Sounds like an awesome bill. I can't imagine why 63% of Democrats opposed this bill. I'm sure it was for purely non-partisan reasons of principle...

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Hahahaha sorry, even this cat thinks that's a hilarious joke.

Thursday, May 12, 2005

Court Victories For Law Enforcement

From CrimProfBlog:

State v. Sykes, Wis., No. 2003 AP1234-CR, 4/22/05

The existence of probable case will justify treating a warrantless search as a search "incident" to a later arrest for a different crime even when the officer, at the time of the search, did not intend to arrest the defendant and the later arrest is based on evidence found during the search, the Wisconsin Supreme Court decides. It is not the officer's subjective intent that is important, the court says; it is the fact that the officer actually had probable cause to arrest the defendant at the time he performed the search. Decision here.

Garvey v. State, Del., No. 5-2004, 4/28/05

A defendant who responded to a request to waive his "Miranda" rights by saying, "Depends on what you ask me," unambiguously waived his rights, the Delaware Supreme Court holds. Decision here. [Mark Godsey]

I'm not exactly sure what the first one means, so if there are any legal eagles flying around, feel free to break it down better than I can. What I believe it's saying is that an officer has legitimate reason to search a person if he has probable cause that the crime was committed, regardless of whether he actually arrests that person for that crime or a different one or doesn't arrest him at all. If I'm correct, then I'm definitely in favor of this ruling. I'm in favor of virtually any court decision, executive order, or state law that lets me ignore your Fourth Amendment right to commit crimes in private.

I like the second decision because some smart-ass crook just lost his case. Here's a tip to criminals out there: when you're in custody, don't try to be cute.

Wednesday, May 11, 2005

Understatement of the week

"Deputies lacked a plan", says an article from the L.A. Times. No kidding...

The Los Angeles County sheriff's deputies who fired 120 rounds at an unarmed car chase suspect early Monday appeared not to have a coordinated plan and at times worked at cross-purposes, department officials said Tuesday after a preliminary investigation. As a result, some deputies opened fire because they erroneously believed that the suspect had shot two colleagues, while others were firing because they thought the suspect was trying to ram officers, Capt. Ray Peavy said.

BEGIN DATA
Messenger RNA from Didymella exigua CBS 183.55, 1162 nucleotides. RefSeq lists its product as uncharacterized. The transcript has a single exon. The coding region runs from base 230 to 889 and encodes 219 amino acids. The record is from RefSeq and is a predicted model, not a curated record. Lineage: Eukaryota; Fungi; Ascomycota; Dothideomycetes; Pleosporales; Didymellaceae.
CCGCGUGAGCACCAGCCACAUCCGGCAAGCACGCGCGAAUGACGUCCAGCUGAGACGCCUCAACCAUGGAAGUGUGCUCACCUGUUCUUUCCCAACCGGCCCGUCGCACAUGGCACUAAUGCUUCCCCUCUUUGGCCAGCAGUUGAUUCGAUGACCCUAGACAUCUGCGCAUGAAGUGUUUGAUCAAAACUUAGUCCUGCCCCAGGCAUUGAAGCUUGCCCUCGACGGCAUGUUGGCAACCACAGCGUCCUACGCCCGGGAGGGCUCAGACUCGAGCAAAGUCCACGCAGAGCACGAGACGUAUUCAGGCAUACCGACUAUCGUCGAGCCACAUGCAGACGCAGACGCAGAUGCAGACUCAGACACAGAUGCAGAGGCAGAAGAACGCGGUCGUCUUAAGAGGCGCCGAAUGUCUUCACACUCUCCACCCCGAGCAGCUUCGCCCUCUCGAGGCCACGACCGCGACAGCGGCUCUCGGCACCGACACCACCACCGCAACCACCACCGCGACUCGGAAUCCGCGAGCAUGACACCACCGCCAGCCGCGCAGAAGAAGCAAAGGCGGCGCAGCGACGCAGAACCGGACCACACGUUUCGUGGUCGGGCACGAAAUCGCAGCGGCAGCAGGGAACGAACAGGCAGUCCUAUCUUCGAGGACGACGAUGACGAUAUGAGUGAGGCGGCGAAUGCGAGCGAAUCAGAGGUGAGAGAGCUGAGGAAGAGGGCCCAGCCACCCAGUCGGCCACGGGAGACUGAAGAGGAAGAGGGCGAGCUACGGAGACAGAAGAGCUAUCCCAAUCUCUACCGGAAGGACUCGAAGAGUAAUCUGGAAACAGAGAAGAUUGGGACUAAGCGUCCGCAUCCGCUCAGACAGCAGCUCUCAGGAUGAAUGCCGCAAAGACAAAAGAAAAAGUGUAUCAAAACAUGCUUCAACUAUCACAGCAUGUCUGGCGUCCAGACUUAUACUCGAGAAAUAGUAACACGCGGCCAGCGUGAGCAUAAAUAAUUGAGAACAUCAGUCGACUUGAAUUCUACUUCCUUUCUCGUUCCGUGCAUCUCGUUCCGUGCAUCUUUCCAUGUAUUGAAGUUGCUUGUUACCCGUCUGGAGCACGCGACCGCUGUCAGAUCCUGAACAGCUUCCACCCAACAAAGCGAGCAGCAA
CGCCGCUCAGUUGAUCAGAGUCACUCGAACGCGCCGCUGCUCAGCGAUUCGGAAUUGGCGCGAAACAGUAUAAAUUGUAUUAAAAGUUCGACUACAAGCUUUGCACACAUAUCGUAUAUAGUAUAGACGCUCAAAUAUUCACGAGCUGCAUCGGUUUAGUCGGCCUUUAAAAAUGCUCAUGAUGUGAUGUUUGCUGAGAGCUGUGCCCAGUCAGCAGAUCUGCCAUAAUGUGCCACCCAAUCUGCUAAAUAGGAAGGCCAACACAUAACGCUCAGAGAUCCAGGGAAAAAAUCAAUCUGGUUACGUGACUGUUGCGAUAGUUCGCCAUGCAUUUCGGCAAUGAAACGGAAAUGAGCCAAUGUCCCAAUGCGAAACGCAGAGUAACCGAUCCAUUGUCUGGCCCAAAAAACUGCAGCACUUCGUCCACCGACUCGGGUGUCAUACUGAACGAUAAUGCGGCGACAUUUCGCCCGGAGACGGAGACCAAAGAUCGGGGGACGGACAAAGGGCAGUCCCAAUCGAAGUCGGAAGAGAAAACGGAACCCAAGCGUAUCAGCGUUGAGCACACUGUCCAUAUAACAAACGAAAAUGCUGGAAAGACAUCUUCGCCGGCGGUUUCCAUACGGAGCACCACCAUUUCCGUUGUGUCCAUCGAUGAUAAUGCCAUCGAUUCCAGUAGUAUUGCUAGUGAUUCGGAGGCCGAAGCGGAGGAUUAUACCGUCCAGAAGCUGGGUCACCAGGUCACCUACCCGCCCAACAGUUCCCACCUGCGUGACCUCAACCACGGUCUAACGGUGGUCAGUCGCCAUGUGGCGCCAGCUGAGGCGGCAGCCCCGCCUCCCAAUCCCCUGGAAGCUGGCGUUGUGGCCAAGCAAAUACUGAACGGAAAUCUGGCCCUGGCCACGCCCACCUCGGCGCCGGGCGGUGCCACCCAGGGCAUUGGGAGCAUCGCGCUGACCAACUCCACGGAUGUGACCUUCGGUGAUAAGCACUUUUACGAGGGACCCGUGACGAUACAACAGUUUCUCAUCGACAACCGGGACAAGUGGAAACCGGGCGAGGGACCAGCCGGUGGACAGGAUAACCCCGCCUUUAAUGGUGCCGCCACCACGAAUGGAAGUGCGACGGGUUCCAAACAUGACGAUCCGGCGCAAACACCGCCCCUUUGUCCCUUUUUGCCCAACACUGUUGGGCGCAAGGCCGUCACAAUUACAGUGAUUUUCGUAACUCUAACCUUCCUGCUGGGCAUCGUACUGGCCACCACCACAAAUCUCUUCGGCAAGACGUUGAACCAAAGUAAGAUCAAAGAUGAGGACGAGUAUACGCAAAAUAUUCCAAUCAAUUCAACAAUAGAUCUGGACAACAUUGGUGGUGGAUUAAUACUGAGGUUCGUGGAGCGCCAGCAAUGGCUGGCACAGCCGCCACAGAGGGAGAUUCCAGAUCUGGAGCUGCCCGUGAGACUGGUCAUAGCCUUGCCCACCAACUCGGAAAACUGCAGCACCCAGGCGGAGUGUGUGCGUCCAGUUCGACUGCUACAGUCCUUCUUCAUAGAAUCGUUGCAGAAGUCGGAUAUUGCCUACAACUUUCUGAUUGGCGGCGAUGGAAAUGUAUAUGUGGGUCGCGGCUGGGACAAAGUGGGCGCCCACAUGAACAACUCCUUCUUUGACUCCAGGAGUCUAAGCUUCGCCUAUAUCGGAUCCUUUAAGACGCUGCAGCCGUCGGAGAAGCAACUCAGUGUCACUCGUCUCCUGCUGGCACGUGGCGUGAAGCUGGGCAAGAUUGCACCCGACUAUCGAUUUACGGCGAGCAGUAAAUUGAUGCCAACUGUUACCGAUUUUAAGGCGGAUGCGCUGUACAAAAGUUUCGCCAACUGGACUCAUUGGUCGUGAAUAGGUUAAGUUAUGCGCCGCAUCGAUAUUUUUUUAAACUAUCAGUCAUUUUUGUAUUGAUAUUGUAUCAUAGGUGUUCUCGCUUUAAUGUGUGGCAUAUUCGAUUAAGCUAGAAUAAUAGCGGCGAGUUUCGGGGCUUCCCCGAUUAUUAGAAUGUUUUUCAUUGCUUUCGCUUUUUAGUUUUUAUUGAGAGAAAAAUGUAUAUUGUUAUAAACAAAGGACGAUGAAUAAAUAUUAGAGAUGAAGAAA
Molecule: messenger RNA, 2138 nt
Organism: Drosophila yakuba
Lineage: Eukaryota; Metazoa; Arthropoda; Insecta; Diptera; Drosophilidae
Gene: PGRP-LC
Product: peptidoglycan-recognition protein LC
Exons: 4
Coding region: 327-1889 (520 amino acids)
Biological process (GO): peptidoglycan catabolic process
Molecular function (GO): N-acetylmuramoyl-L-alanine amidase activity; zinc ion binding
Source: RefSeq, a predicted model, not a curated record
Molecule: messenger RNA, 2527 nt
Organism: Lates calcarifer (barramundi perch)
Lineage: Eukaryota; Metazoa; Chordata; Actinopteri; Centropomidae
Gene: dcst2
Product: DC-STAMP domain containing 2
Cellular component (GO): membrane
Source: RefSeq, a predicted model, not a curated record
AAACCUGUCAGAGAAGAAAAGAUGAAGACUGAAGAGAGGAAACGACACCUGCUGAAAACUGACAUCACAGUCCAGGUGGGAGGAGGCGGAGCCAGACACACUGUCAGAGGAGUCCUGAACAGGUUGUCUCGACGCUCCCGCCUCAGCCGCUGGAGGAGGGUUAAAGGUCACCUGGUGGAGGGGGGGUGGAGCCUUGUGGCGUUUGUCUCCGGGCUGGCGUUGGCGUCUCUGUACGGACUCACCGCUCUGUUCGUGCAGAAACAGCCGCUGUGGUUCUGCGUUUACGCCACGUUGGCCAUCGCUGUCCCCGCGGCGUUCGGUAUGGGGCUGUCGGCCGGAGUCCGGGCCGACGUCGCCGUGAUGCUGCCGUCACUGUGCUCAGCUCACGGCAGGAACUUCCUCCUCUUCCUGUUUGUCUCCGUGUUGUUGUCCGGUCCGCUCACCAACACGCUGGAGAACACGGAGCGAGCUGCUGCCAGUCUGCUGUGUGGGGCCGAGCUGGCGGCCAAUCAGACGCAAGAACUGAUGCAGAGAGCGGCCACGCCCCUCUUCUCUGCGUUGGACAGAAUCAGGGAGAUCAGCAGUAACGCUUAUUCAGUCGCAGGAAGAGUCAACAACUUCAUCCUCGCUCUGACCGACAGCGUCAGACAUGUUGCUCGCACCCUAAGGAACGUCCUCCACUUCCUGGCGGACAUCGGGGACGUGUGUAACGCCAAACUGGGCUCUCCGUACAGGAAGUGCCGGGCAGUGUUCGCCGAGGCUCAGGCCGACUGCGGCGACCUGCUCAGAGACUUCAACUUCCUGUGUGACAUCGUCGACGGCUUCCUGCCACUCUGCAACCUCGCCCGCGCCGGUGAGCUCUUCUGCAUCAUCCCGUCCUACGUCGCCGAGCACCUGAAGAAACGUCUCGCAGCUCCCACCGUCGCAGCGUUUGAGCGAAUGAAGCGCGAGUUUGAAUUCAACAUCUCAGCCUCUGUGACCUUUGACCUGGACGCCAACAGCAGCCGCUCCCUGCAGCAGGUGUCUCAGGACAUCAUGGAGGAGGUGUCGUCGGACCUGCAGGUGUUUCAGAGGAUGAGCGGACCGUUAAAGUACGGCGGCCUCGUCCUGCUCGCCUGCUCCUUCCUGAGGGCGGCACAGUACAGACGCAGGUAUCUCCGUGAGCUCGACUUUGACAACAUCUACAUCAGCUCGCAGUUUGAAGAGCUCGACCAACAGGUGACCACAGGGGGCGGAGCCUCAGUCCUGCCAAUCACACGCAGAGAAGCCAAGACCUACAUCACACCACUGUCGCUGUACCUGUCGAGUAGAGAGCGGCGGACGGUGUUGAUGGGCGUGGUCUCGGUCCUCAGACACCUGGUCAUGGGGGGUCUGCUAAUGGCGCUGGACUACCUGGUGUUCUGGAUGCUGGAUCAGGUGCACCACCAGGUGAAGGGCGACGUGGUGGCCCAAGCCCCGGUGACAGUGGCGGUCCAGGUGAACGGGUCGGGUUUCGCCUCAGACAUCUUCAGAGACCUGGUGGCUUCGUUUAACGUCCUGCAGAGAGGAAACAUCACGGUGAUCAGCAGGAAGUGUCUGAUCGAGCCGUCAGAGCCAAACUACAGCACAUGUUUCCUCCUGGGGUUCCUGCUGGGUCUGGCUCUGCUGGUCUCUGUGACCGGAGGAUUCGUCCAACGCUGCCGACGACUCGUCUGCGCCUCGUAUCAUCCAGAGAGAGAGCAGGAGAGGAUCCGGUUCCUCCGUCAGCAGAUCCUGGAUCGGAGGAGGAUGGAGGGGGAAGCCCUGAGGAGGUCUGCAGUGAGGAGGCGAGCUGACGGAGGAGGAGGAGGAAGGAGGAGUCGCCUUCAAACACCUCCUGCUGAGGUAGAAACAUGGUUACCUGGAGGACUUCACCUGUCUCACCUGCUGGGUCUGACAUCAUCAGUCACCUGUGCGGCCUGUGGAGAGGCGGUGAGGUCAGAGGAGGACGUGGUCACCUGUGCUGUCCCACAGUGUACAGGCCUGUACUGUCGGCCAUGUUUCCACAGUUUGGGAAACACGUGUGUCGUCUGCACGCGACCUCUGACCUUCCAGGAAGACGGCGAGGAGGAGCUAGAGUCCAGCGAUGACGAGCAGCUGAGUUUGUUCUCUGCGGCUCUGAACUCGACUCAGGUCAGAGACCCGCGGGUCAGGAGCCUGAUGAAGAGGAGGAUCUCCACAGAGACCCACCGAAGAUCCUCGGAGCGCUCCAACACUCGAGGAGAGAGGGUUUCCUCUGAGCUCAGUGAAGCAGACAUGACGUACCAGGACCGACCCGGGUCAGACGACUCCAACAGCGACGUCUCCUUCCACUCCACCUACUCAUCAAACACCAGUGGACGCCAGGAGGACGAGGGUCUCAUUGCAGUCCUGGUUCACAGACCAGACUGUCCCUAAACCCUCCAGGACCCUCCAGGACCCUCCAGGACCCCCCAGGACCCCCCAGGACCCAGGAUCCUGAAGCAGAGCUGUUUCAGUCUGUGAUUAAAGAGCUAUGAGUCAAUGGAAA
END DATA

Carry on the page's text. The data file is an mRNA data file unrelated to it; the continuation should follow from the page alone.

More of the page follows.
The findings prompted Sheriff Lee Baca, who said Monday that he was reserving judgment on the deputies' action, to question some of their tactics, saying Tuesday that the amount of gunfire seemed excessive. The shooting, which was broadcast repeatedly on TV newscasts across the country, also came under criticism from Merrick J. Bobb, who serves as the Board of Supervisor's special counsel on Sheriff's Department matters. He described the deputies' response as disorganized and undisciplined."The fact that 120 rounds were expended indicates panic, lack of planning and an absence of control," said Bobb, who plans to examine the policy issues surrounding the case and report to the Board of Supervisors.

An unedited videotape of the incident obtained by The Times offered a clearer picture of what happened when deputies blocked in a white SUV they had been chasing through a residential area of Compton early Monday.The tape shows that deputies fired several shots initially when the suspect, 44-year-old Winston Hayes, backed toward them.

That was followed a second later by a much larger burst of gunfire coming from deputies who had surrounded Hayes' Chevrolet Tahoe. The vehicle lurched forward a short distance down Butler Avenue, moving between two groups of deputies, who delivered a third barrage, with bullets flying wildly toward officers and into homes. Hayes and Deputy Edward Clark were wounded. Clark was treated and released; Hayes, who was shot four times, remains hospitalized.

I've seen the video. Oh God, the video...

You know, I come on from week to week and defend officers on the grounds that in stressful situations, people react in certain ways that they have a split second to decide and you have a lifetime to dissect. I try to show you the other side of the coin. I try to make you give them the benefit of the doubt.

But, oh God... the video...

I am not claiming to be a tactics expert. But right now in the Academy, I'm being taught by several tactics experts and they would kick me out of the Academy if I ever did what those deputies did on that shooting.